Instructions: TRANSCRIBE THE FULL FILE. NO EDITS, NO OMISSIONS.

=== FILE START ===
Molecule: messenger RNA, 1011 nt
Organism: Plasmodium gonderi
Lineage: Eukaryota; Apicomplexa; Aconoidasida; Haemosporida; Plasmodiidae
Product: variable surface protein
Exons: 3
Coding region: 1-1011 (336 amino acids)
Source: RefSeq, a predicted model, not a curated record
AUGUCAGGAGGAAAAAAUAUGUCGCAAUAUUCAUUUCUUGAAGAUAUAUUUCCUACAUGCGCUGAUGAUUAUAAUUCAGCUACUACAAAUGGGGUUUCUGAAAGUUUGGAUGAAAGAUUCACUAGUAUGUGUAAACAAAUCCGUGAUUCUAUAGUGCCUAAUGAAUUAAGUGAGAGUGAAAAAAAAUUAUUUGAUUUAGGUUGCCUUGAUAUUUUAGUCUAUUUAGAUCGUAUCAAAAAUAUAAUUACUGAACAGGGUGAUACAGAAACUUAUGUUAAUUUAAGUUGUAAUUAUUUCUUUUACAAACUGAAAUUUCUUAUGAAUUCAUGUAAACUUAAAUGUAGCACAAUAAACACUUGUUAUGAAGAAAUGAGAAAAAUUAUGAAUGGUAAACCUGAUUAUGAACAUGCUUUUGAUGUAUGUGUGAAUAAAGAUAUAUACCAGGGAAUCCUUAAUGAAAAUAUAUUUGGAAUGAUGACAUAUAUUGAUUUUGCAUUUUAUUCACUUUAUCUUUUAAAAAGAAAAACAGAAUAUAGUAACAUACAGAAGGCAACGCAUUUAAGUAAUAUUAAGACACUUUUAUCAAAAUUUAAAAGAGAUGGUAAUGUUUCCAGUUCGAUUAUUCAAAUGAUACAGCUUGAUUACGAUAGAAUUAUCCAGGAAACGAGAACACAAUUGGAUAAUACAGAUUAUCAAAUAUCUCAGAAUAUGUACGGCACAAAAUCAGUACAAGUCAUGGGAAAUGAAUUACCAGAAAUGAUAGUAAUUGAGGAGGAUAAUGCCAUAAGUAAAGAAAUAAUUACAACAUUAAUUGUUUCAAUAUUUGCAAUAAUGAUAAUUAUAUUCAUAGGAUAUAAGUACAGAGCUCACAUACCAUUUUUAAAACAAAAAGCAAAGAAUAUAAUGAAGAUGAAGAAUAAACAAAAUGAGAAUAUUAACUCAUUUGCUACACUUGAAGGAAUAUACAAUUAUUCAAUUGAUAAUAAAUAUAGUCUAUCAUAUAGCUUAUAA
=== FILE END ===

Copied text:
Molecule: messenger RNA, 1011 nt
Organism: Plasmodium gonderi
Lineage: Eukaryota; Apicomplexa; Aconoidasida; Haemosporida; Plasmodiidae
Product: variable surface protein
Exons: 3
Coding region: 1-1011 (336 amino acids)
Source: RefSeq, a predicted model, not a curated record
AUGUCAGGAGGAAAAAAUAUGUCGCAAUAUUCAUUUCUUGAAGAUAUAUUUCCUACAUGCGCUGAUGAUUAUAAUUCAGCUACUACAAAUGGGGUUUCUGAAAGUUUGGAUGAAAGAUUCACUAGUAUGUGUAAACAAAUCCGUGAUUCUAUAGUGCCUAAUGAAUUAAGUGAGAGUGAAAAAAAAUUAUUUGAUUUAGGUUGCCUUGAUAUUUUAGUCUAUUUAGAUCGUAUCAAAAAUAUAAUUACUGAACAGGGUGAUACAGAAACUUAUGUUAAUUUAAGUUGUAAUUAUUUCUUUUACAAACUGAAAUUUCUUAUGAAUUCAUGUAAACUUAAAUGUAGCACAAUAAACACUUGUUAUGAAGAAAUGAGAAAAAUUAUGAAUGGUAAACCUGAUUAUGAACAUGCUUUUGAUGUAUGUGUGAAUAAAGAUAUAUACCAGGGAAUCCUUAAUGAAAAUAUAUUUGGAAUGAUGACAUAUAUUGAUUUUGCAUUUUAUUCACUUUAUCUUUUAAAAAGAAAAACAGAAUAUAGUAACAUACAGAAGGCAACGCAUUUAAGUAAUAUUAAGACACUUUUAUCAAAAUUUAAAAGAGAUGGUAAUGUUUCCAGUUCGAUUAUUCAAAUGAUACAGCUUGAUUACGAUAGAAUUAUCCAGGAAACGAGAACACAAUUGGAUAAUACAGAUUAUCAAAUAUCUCAGAAUAUGUACGGCACAAAAUCAGUACAAGUCAUGGGAAAUGAAUUACCAGAAAUGAUAGUAAUUGAGGAGGAUAAUGCCAUAAGUAAAGAAAUAAUUACAACAUUAAUUGUUUCAAUAUUUGCAAUAAUGAUAAUUAUAUUCAUAGGAUAUAAGUACAGAGCUCACAUACCAUUUUUAAAACAAAAAGCAAAGAAUAUAAUGAAGAUGAAGAAUAAACAAAAUGAGAAUAUUAACUCAUUUGCUACACUUGAAGGAAUAUACAAUUAUUCAAUUGAUAAUAAAUAUAGUCUAUCAUAUAGCUUAUAA